Video recording of entire interrogations, from start to finish, is necessary for two reasons. First, it enables us to better evaluate the amount and type of pressure brought to bear on a suspect and whether it might cause an innocent person to capitulate. Personally, I don’t see how judges can rule with competence on voluntariness and coercion without watching the process for themselves (the alternative is to rely on flawed, often contradictory secondhand accounts).
Second, video recording enables us to determine the source of details in a narrative confession and whether those details were known by the suspect or communicated to that suspect. A vast majority of false confessions contain crime details that were spot--on accurate, details that only the perpetrator could have known, or so we thought. How can jurors assess the reliability of a confession unless they can trace the source of the information it contains?
Duped has a fascinating discussion about custody, a term of significance in the application of Miranda rights. No custody, no warnings. Based on the science, what is the problem with how we currently define custody?
Custody is a pivotal construct. It determines whether police must Mirandize a suspect. And in the now-30 states that require video recording, it determines whether the camera must be turned on.
The problem is, how do police, and later judges, know if a suspect was in custody versus free to leave, and therefore not “eligible” for Miranda or video recording? Over the years, the courts have suggested certain “objective metrics” for custody—whether the suspect was handcuffed, housed in a room with the door locked, accused of the crime, and the like.
But if these conditions do not exist, is a suspect free to leave? We did those studies in the lab. We staged a theft and brought in a security officer to investigate, and he questioned or outright accused a student who happened to be present. Observers who watched videos of these sessions often saw the student as free to leave and hence not in custody. But the students themselves never felt free to leave—even when the questioning was non-accusatory and even when they were advised ahead of time that they were free to leave.
In follow-up research, we found that judges, police officers, and laypeople presented with different vignettes often could not agree in their judgments. It’s easy to imagine a suspect as free to pick up and leave—until that suspect is you. Custody is in the eyes of the beholder.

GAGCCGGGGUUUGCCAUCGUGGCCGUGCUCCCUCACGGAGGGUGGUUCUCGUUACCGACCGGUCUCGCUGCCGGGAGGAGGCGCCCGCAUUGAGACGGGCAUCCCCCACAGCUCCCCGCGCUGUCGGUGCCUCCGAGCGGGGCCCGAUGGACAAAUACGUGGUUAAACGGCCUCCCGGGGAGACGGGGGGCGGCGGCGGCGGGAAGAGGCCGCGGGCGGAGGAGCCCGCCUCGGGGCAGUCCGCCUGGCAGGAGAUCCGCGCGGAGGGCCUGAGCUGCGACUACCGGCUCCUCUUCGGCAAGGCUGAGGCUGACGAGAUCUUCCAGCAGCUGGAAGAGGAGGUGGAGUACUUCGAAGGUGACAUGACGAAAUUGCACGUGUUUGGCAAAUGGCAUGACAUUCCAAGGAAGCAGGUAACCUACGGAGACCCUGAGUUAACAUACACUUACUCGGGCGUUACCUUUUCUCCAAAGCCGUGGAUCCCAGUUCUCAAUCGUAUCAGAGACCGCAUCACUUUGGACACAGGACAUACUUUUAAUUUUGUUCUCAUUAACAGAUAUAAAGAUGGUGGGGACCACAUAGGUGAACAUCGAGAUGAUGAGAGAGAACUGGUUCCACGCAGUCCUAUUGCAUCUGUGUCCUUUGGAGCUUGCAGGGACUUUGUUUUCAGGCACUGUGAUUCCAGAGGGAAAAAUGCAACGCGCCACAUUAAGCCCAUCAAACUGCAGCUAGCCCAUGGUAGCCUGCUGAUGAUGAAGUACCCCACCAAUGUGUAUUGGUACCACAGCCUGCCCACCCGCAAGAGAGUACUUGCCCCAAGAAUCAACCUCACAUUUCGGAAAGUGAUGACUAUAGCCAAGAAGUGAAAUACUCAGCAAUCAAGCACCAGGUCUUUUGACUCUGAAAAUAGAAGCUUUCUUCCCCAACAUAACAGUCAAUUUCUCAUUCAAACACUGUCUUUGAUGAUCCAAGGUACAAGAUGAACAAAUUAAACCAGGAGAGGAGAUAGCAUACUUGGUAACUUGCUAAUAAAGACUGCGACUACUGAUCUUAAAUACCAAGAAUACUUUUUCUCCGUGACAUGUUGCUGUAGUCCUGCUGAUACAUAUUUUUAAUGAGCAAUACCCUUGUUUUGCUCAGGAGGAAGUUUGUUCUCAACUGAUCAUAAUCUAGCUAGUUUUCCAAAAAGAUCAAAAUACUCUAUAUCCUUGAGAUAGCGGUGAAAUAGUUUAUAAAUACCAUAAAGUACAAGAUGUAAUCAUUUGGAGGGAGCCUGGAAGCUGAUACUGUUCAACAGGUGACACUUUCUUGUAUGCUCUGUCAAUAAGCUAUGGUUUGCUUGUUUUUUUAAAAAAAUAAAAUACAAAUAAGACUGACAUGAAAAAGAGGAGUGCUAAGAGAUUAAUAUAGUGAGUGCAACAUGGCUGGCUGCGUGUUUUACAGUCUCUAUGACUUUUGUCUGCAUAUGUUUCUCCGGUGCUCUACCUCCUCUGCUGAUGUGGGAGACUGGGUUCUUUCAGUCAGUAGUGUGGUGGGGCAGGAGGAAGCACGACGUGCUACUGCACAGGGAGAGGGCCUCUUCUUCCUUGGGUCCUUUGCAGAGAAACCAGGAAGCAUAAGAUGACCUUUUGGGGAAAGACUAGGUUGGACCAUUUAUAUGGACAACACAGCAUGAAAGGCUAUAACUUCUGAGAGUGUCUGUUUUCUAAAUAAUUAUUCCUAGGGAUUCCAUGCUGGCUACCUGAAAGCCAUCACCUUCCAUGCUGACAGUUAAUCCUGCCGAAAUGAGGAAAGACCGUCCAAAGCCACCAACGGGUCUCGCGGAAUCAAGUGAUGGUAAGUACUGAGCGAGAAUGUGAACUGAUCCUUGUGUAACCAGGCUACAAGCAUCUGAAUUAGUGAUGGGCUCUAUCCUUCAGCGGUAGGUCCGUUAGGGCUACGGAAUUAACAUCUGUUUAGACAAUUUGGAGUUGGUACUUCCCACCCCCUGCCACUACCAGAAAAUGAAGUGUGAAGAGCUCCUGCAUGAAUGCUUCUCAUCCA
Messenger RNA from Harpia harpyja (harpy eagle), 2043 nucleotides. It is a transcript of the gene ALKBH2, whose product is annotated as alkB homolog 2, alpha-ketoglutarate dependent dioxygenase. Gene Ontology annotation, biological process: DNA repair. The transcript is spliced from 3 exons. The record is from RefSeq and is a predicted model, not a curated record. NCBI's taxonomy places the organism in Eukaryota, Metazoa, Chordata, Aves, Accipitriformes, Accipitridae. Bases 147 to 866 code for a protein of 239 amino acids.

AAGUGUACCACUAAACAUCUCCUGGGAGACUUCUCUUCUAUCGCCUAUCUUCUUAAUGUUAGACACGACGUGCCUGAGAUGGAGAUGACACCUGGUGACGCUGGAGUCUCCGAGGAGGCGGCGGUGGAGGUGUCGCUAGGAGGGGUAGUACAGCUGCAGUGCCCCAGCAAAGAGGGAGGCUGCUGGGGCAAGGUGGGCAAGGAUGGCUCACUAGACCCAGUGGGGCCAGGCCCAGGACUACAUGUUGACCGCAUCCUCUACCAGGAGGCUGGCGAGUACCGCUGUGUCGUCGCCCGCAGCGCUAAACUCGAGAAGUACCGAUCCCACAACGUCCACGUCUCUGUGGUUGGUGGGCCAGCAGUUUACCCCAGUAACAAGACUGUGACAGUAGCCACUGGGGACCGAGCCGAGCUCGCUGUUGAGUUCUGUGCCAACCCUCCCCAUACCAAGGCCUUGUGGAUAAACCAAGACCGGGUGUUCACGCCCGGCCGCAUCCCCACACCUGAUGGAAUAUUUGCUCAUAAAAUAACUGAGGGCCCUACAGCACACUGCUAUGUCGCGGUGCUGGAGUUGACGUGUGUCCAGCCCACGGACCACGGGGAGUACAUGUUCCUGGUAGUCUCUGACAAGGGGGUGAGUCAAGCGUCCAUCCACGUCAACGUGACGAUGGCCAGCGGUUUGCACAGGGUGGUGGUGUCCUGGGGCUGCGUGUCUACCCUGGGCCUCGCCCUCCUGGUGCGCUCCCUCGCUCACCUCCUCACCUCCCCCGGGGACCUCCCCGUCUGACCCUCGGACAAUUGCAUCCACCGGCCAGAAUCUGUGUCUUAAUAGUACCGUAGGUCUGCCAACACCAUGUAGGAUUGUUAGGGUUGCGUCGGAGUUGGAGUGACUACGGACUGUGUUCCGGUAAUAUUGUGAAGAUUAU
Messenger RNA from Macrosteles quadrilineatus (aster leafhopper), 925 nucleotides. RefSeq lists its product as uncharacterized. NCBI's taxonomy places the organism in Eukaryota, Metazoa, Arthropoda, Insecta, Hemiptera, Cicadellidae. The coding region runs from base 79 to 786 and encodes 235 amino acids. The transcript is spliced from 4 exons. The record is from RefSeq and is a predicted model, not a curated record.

What do jurors need to know about assessing confession evidence, and what is the best way to communicate that?
With regard to confession evidence, juries need to shed two commonsense myths about human nature before they will think critically about confession evidence.
Myth #1: I would never confess to a crime I did not commit. Yes, you would. And so would others.
Myth #2: I’d know a false confession if I saw one. No, you wouldn’t. And every wrongful conviction that hinged on a false confession proves it.
Only when juries release themselves from these myths can they begin to think critically about (1) whether tactics the interrogators used were psychologically coercive, even if they seemed benign at first glance; (2) whether the suspect was particularly vulnerable to manipulation because of youth or disability; and (3) whether the confession contained accurate details about the crime that are unequivocally attributable to the suspect—details that police did not already know or that led to evidence they did not already have.
Is there a “hot issue” in confession law and police practices today?
Since 2021, nine states (and counting) have passed laws to ban police from lying to suspects who are minors about evidence—a staple of the Reid technique. Several more states are lined up to consider the same. The momentum is building for states to do what the courts have not.
Finally, if there were one lesson you would want readers to take from Duped, what would that be?
Do not bank on your actual innocence to protect you. I’ve lost count of the number of exonerees I’ve spoken to, otherwise smart and ordinary people, who said they didn’t stop the process and ask for a lawyer because “I didn’t need a lawyer; I didn’t do anything wrong.” If you find yourself on a jury, standing in judgment of a defendant who had confessed and then recanted that confession, take your mind off autopilot and use your critical thinking skills. That defendant may well be innocent.
Duped teaches us why innocent people confess and the science of how we can do better. It is compelling reading and essential reading.